Merry Christmas Eve eve, y’all! Today officially marks the start of my holiday vacation which means I have roughly 4 trillion things to do before tomorrow. One of those things is running last minute Christmas errands, which is a bit terrifying because the stores are crazy. Just thinking about heading out makes me want to stay snuggled up on the sofa with a book and the dogs. I read quite a bit this month, far more than I would have thought possible with all the holiday craziness.
The Perfect Neighbors by Sarah Pekkanen “Bucolic Newport Cove, where spontaneous block parties occur on balmy nights and all of the streets are named for flowers, is proud of its distinction of being named one the top twenty safest neighborhoods in the US. It’s also one of the most secret-filled.”
I’m on a suburban thriller kick lately and this one was another one. The multiple intersecting plots and narrators keep the story moving, making this a legit page-turner. The neighborhood email listserv at the beginning of each chapter were definitely my favorite part; they reminded me so much of my neighborhood’s Facebook group. I wasn’t a huge fan of the ending; it left me a little unsatisfied. It was a fast enjoyable read, but I don’t know that’d I recommend it.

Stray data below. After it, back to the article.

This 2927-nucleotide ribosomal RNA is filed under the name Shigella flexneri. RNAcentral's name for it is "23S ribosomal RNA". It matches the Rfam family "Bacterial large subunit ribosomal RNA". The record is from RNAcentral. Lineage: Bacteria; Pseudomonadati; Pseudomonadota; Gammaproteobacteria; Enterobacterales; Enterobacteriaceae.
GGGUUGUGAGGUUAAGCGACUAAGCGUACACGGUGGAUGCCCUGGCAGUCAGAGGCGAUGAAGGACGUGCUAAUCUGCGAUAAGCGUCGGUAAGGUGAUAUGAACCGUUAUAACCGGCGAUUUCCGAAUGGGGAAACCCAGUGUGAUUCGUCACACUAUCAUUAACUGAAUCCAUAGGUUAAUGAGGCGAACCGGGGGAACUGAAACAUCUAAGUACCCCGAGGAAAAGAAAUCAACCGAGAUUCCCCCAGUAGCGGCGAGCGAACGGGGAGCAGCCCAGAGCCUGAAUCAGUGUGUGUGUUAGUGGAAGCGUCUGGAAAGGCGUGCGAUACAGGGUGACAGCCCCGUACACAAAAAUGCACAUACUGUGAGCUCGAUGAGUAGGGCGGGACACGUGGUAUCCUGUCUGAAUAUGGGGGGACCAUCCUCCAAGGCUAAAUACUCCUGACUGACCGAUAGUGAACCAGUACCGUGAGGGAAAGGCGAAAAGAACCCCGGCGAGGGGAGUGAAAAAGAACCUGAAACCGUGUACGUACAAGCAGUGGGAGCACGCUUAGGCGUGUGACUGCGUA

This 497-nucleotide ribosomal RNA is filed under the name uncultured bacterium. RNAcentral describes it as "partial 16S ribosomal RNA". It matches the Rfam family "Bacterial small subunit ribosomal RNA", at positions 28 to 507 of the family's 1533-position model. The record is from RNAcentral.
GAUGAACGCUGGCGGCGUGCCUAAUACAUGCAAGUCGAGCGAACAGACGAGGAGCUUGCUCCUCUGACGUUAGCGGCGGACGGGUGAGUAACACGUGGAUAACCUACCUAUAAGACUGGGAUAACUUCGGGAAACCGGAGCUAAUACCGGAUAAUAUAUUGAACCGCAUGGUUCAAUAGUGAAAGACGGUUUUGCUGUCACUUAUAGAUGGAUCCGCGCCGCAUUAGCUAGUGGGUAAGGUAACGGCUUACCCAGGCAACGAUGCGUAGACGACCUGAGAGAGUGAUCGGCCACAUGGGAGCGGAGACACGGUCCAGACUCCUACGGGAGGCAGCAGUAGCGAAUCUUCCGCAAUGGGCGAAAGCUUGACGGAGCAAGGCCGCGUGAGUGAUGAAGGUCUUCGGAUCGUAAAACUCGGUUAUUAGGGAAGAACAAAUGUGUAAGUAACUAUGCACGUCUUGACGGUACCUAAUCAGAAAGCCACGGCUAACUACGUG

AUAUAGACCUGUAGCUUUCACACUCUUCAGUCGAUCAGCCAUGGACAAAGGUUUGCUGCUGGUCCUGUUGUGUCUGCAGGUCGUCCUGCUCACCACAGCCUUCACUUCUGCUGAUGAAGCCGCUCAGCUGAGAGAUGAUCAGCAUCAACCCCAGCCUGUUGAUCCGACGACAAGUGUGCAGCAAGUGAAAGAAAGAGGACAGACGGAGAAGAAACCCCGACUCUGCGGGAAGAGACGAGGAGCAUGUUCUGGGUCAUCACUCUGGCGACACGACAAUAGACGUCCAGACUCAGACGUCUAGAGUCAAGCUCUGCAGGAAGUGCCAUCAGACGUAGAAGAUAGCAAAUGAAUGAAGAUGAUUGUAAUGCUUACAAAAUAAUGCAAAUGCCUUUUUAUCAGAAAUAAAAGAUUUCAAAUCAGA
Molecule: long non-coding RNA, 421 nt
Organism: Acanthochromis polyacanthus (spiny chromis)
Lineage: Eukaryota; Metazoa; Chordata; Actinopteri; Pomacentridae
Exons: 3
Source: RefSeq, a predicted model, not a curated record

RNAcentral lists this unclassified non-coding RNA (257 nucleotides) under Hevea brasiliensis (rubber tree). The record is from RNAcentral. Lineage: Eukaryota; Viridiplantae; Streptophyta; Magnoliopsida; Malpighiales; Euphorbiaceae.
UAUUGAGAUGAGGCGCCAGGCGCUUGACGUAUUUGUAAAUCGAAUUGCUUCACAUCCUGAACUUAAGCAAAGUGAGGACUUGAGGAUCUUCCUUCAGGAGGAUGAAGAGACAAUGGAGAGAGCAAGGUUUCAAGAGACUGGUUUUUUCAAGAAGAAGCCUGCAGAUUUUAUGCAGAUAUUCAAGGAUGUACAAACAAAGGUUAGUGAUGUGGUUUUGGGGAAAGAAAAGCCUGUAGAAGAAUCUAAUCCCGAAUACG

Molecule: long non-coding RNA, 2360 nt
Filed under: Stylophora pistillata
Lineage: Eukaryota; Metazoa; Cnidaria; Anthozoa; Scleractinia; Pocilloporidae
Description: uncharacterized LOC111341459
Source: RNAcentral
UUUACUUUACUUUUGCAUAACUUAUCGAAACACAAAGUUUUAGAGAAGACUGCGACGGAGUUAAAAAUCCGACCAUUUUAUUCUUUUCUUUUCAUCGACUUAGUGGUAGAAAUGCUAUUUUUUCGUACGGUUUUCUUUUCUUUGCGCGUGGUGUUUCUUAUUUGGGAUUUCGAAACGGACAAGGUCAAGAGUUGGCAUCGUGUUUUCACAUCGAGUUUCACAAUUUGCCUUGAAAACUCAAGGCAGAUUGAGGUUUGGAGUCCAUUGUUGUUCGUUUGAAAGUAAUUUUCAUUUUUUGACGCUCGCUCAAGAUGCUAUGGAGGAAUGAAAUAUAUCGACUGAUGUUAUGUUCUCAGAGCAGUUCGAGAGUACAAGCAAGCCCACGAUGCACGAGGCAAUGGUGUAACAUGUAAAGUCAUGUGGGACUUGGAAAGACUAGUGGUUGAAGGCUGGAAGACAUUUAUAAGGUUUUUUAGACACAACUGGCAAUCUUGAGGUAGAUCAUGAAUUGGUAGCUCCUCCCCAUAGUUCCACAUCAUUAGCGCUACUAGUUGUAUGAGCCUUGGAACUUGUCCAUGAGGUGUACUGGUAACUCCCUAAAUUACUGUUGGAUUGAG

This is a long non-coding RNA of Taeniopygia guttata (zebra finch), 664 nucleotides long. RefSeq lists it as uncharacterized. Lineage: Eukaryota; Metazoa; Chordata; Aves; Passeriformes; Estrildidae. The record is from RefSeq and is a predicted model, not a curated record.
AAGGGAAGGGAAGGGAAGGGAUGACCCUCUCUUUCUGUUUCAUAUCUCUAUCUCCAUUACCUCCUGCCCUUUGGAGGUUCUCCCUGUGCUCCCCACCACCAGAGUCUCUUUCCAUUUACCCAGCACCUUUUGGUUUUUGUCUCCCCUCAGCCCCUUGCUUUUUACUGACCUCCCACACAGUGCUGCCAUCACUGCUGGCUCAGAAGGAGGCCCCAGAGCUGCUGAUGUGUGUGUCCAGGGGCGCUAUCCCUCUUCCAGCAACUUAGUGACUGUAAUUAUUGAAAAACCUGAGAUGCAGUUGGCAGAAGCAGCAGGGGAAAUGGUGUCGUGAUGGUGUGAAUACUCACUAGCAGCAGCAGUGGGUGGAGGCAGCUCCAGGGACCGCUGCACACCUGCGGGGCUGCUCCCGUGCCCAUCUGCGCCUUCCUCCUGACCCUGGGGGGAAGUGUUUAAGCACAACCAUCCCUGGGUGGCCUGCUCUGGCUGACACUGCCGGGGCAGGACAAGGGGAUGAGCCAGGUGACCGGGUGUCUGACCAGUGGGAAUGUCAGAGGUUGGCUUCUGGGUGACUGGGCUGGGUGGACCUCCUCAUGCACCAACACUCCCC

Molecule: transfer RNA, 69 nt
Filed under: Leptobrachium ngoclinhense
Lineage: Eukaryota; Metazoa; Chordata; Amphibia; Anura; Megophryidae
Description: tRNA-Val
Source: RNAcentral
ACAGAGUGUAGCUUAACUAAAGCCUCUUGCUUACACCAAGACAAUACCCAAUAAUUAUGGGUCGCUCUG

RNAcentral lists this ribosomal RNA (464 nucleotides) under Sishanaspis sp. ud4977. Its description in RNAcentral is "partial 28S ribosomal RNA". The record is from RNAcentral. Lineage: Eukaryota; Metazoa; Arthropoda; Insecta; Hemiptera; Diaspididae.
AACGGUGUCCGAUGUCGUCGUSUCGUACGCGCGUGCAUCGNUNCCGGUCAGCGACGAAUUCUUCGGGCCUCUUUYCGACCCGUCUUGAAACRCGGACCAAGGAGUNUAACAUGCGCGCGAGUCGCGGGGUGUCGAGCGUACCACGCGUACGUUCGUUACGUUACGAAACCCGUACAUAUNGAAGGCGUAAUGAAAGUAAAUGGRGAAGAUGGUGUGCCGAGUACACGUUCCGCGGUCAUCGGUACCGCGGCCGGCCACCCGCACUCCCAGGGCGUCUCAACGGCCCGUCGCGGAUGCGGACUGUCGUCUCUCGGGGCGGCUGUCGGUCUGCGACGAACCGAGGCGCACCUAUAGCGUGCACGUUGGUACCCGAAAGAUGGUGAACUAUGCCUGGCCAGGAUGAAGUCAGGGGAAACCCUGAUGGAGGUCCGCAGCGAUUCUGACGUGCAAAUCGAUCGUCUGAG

Lost Along the Way by Erin Duffy “All through childhood and adolescence, Jane, Cara, and Meg swore their friendship would stand the test of time. Nothing would come between them, they pledged. But once they hit their twenties, life got more complicated and the BFFs began to grow distant. When Jane eloped with her slick, wealthy new boyfriend and didn’t invite her oldest friends to the ceremony, the small cracks and fissures in their once rock-solid relationship became a chasm that tore them apart.”
This one hit close to home: who hasn’t drifted away from friends over time? But other than the little bit of a reality check, I didn’t love this one. It took way too long for the reader to learn which crisis each woman was facing and for them to begin talking again. Then everything was all wrapped up very neatly and way too quickly. Yes, everyone ended up happy, but it felt a bit forced. I’d skip this one.